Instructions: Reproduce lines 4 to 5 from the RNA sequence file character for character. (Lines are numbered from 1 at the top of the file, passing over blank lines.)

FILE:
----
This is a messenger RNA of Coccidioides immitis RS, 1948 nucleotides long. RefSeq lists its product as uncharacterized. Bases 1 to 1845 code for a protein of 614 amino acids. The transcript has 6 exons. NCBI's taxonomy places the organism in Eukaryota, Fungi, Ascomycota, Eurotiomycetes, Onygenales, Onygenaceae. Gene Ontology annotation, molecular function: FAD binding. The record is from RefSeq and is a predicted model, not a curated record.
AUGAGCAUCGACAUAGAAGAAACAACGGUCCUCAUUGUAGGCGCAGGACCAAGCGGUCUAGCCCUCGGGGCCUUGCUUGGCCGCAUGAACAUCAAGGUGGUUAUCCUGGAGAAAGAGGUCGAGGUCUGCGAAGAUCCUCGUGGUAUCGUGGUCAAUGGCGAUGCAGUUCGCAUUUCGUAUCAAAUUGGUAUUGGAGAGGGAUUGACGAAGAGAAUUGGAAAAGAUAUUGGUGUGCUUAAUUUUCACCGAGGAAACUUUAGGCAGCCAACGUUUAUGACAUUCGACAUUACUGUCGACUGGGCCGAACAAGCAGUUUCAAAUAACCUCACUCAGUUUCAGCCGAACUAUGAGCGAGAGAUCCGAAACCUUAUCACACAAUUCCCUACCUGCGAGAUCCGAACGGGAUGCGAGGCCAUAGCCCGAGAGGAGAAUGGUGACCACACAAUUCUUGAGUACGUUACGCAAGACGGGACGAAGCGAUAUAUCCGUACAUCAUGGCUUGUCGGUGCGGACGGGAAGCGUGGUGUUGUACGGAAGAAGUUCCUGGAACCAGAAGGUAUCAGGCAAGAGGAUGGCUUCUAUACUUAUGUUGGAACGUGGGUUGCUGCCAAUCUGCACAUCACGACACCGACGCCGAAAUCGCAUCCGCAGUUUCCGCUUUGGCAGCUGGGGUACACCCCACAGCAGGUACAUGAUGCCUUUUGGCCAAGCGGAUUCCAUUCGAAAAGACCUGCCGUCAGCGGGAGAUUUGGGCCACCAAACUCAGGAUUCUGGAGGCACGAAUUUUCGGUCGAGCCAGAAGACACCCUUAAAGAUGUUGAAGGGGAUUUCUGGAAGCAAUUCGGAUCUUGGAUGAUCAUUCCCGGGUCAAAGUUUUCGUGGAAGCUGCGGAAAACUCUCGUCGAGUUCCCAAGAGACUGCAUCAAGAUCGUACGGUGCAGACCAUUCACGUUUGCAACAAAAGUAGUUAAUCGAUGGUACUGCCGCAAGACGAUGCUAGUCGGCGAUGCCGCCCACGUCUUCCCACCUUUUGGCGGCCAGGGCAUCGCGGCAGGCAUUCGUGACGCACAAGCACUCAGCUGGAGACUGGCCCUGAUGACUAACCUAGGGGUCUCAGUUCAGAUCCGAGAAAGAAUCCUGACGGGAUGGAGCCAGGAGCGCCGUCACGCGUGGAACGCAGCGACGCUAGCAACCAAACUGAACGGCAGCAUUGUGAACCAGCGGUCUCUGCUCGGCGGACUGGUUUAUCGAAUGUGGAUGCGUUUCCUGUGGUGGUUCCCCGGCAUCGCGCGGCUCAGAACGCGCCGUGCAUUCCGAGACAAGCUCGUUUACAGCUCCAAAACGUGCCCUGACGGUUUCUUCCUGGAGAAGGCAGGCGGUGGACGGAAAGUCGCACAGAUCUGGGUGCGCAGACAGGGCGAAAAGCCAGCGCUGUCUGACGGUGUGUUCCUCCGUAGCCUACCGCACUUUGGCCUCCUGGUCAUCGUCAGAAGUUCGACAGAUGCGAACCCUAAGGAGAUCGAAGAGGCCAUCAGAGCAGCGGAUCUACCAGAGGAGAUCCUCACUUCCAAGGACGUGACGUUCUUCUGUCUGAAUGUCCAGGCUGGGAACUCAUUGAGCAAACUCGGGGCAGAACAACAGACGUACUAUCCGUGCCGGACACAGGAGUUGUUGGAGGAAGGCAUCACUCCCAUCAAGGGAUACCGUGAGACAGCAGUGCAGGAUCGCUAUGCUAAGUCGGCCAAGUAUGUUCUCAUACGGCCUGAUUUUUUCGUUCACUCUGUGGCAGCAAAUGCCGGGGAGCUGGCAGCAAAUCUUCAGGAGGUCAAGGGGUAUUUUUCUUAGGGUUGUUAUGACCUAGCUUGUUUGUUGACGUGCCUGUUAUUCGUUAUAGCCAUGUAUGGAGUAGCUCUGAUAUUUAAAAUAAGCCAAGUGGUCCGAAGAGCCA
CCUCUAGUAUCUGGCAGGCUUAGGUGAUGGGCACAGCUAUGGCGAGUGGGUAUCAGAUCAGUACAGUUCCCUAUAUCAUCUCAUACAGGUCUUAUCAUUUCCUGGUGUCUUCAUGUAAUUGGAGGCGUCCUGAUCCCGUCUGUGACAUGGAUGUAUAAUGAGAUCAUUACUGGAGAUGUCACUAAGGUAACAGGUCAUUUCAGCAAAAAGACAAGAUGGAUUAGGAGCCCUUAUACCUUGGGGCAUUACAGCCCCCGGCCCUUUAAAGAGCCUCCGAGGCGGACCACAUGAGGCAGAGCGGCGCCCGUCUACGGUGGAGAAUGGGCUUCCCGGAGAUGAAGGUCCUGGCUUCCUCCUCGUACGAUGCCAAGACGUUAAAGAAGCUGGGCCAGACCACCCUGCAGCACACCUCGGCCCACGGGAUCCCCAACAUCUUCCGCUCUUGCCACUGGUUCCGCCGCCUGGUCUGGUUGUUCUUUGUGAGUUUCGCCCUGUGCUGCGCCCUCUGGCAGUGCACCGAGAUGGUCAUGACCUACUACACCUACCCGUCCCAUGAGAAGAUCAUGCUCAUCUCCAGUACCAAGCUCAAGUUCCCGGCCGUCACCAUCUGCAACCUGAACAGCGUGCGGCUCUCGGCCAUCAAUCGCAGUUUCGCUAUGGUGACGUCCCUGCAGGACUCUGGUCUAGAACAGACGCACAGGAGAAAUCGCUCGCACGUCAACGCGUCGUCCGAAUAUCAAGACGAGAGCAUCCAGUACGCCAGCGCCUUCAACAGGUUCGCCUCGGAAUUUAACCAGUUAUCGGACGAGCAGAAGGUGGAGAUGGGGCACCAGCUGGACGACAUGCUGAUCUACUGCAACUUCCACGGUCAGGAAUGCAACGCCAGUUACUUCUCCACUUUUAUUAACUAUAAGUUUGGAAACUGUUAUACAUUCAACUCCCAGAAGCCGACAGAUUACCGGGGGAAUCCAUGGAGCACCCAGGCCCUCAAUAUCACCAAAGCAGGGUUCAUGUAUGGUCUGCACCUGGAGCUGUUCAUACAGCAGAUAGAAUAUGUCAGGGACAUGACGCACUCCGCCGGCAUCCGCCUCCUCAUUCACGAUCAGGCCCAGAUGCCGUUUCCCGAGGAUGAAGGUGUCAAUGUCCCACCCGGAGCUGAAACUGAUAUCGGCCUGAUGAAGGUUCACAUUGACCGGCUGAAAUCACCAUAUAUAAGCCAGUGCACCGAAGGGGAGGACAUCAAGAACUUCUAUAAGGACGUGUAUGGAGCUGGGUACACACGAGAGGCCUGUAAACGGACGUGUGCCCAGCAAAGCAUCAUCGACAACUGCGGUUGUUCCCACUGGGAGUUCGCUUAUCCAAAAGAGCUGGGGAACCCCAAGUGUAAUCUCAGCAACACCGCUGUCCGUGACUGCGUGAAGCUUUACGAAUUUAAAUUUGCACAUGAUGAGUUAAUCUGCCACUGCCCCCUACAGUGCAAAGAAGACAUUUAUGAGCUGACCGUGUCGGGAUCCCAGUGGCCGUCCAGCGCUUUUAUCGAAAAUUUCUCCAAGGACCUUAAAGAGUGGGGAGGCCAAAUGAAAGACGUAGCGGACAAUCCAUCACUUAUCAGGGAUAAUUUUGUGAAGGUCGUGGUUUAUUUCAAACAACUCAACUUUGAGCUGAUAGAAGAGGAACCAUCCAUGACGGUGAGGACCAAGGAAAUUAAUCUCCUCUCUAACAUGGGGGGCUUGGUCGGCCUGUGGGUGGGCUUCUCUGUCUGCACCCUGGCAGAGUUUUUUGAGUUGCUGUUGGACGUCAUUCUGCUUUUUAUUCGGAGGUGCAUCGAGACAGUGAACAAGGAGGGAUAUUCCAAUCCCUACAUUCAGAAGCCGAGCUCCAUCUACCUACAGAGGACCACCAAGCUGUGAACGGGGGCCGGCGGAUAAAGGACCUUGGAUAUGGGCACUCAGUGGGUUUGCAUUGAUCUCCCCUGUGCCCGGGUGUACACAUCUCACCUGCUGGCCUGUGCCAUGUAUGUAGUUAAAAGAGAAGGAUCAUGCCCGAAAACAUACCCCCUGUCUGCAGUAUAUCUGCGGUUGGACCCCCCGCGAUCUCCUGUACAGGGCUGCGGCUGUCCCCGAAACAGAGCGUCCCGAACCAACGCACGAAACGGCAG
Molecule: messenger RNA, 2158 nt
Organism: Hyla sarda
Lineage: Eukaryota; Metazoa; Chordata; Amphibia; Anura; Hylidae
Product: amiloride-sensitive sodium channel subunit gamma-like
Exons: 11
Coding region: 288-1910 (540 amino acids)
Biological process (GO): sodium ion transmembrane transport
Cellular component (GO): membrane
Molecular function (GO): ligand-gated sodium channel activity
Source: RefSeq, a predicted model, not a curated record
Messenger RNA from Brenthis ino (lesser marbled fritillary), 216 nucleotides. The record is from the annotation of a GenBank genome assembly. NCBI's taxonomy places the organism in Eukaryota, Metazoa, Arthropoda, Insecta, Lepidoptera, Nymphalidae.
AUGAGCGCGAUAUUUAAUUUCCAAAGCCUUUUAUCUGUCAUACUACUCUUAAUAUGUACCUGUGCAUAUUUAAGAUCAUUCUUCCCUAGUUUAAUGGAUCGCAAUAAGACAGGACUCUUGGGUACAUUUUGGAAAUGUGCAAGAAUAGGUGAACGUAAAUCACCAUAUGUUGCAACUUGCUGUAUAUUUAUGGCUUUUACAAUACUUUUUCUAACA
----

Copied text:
Molecule: messenger RNA, 2158 nt
Organism: Hyla sarda